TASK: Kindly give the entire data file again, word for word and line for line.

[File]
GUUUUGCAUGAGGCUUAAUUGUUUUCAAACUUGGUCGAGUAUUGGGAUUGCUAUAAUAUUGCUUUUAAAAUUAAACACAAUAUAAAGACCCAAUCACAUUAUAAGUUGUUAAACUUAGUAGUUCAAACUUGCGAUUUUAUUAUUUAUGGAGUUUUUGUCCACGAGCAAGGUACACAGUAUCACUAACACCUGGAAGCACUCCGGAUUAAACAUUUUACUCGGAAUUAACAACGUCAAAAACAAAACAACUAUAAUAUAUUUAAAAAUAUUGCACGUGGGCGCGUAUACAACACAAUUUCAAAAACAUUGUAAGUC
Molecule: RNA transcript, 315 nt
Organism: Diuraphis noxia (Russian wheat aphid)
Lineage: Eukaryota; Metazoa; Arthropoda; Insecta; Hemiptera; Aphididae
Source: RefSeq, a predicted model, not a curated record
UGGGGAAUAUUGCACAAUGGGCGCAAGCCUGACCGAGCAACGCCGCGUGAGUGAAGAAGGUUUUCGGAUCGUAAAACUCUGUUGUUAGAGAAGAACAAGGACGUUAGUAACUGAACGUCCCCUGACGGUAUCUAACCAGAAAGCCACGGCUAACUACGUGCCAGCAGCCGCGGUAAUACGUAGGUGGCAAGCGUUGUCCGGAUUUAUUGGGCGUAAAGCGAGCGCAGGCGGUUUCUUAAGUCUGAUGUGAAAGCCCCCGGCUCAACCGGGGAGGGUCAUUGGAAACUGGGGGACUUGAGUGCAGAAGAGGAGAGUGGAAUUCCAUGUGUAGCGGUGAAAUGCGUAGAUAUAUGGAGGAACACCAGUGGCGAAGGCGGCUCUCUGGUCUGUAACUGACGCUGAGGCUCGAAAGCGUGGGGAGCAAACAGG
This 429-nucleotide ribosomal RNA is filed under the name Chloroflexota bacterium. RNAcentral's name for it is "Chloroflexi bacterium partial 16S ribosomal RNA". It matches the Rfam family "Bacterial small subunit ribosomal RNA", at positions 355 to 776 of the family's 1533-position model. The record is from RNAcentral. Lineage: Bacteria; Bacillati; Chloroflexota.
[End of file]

GUUUUGCAUGAGGCUUAAUUGUUUUCAAACUUGGUCGAGUAUUGGGAUUGCUAUAAUAUUGCUUUUAAAAUUAAACACAAUAUAAAGACCCAAUCACAUUAUAAGUUGUUAAACUUAGUAGUUCAAACUUGCGAUUUUAUUAUUUAUGGAGUUUUUGUCCACGAGCAAGGUACACAGUAUCACUAACACCUGGAAGCACUCCGGAUUAAACAUUUUACUCGGAAUUAACAACGUCAAAAACAAAACAACUAUAAUAUAUUUAAAAAUAUUGCACGUGGGCGCGUAUACAACACAAUUUCAAAAACAUUGUAAGUC
Molecule: RNA transcript, 315 nt
Organism: Diuraphis noxia (Russian wheat aphid)
Lineage: Eukaryota; Metazoa; Arthropoda; Insecta; Hemiptera; Aphididae
Source: RefSeq, a predicted model, not a curated record
UGGGGAAUAUUGCACAAUGGGCGCAAGCCUGACCGAGCAACGCCGCGUGAGUGAAGAAGGUUUUCGGAUCGUAAAACUCUGUUGUUAGAGAAGAACAAGGACGUUAGUAACUGAACGUCCCCUGACGGUAUCUAACCAGAAAGCCACGGCUAACUACGUGCCAGCAGCCGCGGUAAUACGUAGGUGGCAAGCGUUGUCCGGAUUUAUUGGGCGUAAAGCGAGCGCAGGCGGUUUCUUAAGUCUGAUGUGAAAGCCCCCGGCUCAACCGGGGAGGGUCAUUGGAAACUGGGGGACUUGAGUGCAGAAGAGGAGAGUGGAAUUCCAUGUGUAGCGGUGAAAUGCGUAGAUAUAUGGAGGAACACCAGUGGCGAAGGCGGCUCUCUGGUCUGUAACUGACGCUGAGGCUCGAAAGCGUGGGGAGCAAACAGG
This 429-nucleotide ribosomal RNA is filed under the name Chloroflexota bacterium. RNAcentral's name for it is "Chloroflexi bacterium partial 16S ribosomal RNA". It matches the Rfam family "Bacterial small subunit ribosomal RNA", at positions 355 to 776 of the family's 1533-position model. The record is from RNAcentral. Lineage: Bacteria; Bacillati; Chloroflexota.